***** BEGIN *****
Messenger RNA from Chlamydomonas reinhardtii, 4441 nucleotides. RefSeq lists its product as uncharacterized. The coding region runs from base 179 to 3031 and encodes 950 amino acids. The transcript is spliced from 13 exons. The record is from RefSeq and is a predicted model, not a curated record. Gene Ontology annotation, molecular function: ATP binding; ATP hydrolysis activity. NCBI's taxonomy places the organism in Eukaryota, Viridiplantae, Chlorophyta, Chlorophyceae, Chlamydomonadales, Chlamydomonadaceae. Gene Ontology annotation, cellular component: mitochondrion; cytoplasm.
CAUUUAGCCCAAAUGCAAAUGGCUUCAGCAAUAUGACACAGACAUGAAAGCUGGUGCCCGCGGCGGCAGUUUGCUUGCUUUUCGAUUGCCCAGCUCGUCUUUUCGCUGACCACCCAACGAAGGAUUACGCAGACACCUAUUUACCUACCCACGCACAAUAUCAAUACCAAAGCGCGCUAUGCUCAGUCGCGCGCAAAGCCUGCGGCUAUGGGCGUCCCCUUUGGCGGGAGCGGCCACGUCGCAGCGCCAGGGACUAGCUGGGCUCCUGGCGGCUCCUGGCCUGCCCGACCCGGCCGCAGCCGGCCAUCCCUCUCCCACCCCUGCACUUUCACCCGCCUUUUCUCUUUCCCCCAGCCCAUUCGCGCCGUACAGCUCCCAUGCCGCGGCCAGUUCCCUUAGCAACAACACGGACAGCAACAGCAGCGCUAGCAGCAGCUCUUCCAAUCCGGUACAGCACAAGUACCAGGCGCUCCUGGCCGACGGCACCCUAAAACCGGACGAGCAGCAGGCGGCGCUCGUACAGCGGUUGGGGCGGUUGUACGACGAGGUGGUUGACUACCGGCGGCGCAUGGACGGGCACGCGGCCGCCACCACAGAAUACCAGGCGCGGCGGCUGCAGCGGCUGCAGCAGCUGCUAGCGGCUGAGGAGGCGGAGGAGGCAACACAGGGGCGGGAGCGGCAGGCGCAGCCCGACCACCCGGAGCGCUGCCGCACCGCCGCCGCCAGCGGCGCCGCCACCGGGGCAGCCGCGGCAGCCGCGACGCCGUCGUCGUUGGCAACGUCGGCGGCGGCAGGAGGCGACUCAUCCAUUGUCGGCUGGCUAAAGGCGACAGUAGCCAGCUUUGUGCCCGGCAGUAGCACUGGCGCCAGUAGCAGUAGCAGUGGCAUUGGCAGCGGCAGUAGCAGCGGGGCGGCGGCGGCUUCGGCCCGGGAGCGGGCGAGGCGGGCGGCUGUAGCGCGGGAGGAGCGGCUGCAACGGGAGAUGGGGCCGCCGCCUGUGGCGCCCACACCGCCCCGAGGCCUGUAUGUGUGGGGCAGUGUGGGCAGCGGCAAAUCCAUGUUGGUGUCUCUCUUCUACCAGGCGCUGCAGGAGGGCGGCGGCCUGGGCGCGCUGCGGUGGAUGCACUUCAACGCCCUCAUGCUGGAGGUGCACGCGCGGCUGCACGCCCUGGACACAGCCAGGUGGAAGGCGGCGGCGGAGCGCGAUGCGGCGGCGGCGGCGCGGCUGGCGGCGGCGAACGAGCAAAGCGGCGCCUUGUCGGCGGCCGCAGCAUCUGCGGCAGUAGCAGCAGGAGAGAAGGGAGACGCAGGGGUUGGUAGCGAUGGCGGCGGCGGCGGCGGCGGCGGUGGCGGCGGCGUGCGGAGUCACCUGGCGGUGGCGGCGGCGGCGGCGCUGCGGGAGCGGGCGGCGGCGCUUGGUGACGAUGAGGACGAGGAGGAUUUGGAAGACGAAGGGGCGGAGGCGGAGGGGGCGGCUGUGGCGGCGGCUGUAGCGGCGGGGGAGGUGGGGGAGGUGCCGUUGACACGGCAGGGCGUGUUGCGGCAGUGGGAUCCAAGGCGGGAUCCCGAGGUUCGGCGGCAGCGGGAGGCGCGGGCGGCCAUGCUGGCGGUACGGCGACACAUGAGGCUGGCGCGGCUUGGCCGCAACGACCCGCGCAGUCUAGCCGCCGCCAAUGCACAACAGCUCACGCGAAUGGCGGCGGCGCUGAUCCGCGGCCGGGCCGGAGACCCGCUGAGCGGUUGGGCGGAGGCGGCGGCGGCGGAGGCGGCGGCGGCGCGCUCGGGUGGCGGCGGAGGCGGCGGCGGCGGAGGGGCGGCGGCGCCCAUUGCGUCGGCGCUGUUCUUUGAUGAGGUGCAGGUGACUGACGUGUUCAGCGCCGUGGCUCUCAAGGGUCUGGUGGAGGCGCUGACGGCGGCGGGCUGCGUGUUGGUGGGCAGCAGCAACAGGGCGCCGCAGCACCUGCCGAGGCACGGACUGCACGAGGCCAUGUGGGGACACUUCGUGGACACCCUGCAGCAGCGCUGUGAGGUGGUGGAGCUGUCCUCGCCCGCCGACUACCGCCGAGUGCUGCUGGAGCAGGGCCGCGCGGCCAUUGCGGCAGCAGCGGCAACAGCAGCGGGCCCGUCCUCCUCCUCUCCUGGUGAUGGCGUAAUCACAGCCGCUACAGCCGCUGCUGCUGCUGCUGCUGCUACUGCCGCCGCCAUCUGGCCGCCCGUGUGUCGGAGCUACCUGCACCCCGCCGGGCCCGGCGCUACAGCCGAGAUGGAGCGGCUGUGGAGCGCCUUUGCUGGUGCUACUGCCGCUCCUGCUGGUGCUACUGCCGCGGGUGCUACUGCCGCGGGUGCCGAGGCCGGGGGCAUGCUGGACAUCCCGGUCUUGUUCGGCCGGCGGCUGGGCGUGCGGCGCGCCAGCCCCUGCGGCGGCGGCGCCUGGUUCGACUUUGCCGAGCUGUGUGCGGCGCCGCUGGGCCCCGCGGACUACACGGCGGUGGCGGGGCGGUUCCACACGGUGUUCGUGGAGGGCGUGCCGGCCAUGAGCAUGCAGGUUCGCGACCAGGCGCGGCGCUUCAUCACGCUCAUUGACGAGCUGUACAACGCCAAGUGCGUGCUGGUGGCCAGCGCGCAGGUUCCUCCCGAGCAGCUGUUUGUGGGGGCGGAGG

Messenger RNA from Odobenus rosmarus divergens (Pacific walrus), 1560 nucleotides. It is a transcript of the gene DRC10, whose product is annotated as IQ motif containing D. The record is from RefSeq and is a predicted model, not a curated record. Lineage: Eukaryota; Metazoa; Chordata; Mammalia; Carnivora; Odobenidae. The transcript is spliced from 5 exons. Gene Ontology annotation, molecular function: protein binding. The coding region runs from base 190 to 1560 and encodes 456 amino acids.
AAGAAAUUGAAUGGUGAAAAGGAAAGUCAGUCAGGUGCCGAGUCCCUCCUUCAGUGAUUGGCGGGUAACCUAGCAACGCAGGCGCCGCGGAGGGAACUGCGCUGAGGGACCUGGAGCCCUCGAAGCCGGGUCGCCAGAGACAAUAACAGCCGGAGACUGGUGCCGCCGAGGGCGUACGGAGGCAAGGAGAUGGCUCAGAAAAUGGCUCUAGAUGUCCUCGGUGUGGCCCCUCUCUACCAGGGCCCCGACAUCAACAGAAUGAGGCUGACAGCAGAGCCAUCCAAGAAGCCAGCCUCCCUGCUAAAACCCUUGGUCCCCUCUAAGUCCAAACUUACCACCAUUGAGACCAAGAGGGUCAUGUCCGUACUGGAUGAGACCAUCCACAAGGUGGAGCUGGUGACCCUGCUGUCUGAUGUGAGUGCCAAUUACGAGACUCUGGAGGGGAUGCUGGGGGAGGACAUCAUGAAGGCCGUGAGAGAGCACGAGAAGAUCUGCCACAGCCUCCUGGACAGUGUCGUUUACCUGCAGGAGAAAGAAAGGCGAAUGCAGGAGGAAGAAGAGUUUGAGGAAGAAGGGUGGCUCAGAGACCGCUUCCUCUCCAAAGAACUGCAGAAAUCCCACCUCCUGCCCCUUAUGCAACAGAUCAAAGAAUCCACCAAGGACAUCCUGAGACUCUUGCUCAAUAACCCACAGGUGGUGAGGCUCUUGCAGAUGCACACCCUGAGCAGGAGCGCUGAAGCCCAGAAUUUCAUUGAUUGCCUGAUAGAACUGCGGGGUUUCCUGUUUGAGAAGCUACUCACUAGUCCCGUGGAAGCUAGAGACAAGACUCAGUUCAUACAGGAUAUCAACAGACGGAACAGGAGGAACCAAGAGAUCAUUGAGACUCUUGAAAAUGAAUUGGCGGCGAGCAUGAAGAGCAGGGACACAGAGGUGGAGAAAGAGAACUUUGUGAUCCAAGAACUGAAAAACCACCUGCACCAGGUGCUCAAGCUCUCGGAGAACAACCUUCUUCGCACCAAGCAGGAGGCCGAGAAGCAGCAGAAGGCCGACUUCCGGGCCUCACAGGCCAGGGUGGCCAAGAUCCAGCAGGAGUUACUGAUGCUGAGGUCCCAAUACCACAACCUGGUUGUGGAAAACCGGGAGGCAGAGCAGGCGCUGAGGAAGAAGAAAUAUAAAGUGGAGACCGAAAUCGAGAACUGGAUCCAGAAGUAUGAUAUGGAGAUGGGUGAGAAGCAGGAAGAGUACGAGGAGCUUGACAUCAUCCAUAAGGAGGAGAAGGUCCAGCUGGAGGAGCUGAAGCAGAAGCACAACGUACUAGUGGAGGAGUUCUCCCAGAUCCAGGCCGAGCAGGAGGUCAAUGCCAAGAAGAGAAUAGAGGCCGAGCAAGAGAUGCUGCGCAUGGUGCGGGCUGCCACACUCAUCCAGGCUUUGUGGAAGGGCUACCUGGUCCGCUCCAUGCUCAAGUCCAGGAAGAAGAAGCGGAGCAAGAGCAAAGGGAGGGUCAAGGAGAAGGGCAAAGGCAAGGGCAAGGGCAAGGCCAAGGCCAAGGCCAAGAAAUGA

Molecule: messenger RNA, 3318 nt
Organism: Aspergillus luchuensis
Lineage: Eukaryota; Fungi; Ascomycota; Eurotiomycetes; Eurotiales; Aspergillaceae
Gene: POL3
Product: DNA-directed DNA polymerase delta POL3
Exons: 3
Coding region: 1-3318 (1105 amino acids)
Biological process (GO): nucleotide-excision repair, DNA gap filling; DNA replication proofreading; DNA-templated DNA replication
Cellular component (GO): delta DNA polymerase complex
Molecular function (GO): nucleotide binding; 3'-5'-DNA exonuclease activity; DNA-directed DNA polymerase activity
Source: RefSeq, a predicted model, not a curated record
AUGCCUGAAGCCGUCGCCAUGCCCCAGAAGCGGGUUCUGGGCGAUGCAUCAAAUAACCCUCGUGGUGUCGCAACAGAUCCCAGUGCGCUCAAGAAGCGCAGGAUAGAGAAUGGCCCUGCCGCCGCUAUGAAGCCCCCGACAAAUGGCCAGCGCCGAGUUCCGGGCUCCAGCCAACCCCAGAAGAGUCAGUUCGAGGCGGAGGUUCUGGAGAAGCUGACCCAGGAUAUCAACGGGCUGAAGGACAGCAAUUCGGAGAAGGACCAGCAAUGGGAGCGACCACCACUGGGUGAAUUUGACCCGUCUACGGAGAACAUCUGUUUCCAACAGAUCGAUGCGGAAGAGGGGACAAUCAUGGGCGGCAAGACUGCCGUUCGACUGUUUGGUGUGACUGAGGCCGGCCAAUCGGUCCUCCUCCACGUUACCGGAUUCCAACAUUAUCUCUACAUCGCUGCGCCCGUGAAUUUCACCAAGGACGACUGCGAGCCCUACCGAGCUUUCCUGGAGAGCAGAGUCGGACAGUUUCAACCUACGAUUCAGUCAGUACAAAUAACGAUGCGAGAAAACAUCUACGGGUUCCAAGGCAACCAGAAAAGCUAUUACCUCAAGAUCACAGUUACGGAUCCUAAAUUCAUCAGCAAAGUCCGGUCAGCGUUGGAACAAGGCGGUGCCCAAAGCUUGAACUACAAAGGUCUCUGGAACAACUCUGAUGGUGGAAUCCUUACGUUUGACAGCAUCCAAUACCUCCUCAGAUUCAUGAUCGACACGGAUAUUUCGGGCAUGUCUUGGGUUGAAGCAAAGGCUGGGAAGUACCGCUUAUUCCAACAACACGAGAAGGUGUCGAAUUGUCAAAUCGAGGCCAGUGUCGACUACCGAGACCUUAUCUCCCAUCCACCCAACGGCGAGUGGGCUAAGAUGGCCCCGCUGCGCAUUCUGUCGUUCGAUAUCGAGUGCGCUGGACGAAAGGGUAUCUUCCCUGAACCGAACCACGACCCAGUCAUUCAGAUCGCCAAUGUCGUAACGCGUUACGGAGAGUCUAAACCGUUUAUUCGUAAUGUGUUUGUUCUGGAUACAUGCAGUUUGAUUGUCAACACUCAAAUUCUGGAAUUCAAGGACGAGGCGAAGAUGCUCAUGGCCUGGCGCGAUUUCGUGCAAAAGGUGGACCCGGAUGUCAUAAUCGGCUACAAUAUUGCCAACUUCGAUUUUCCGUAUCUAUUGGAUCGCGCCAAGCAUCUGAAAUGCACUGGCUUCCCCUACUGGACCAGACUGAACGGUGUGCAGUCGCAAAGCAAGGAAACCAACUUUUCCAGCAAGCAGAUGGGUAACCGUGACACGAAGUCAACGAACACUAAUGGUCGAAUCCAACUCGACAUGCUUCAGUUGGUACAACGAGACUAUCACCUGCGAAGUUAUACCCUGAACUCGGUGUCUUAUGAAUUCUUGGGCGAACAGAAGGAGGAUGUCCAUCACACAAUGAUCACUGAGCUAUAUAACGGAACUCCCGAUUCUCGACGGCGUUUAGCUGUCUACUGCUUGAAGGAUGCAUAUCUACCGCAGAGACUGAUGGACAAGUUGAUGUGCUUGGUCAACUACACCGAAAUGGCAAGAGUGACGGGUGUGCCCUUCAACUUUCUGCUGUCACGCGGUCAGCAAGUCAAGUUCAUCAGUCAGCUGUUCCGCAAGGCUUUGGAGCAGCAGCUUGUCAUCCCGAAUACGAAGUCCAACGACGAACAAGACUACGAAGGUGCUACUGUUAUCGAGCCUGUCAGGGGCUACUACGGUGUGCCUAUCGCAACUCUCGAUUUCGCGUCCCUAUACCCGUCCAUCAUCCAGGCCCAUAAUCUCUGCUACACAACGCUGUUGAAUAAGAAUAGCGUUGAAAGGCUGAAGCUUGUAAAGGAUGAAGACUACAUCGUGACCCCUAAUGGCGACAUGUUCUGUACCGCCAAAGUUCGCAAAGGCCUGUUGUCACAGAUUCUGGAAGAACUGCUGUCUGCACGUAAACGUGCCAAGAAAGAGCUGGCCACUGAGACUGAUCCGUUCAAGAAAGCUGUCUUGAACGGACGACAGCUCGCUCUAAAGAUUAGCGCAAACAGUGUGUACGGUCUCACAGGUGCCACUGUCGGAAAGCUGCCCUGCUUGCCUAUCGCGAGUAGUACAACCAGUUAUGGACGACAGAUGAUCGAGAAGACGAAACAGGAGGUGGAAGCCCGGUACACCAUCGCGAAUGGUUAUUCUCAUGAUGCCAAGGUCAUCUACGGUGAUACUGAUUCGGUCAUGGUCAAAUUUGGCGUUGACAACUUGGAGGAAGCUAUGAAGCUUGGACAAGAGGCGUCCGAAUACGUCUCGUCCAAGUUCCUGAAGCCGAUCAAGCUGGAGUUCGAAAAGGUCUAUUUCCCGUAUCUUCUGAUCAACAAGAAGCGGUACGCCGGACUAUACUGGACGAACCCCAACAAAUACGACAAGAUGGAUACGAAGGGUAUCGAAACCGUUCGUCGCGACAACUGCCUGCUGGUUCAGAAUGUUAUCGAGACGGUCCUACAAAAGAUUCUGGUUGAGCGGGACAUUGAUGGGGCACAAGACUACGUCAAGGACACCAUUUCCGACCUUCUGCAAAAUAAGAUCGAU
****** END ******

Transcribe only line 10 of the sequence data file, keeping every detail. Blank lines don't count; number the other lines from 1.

Exons: 3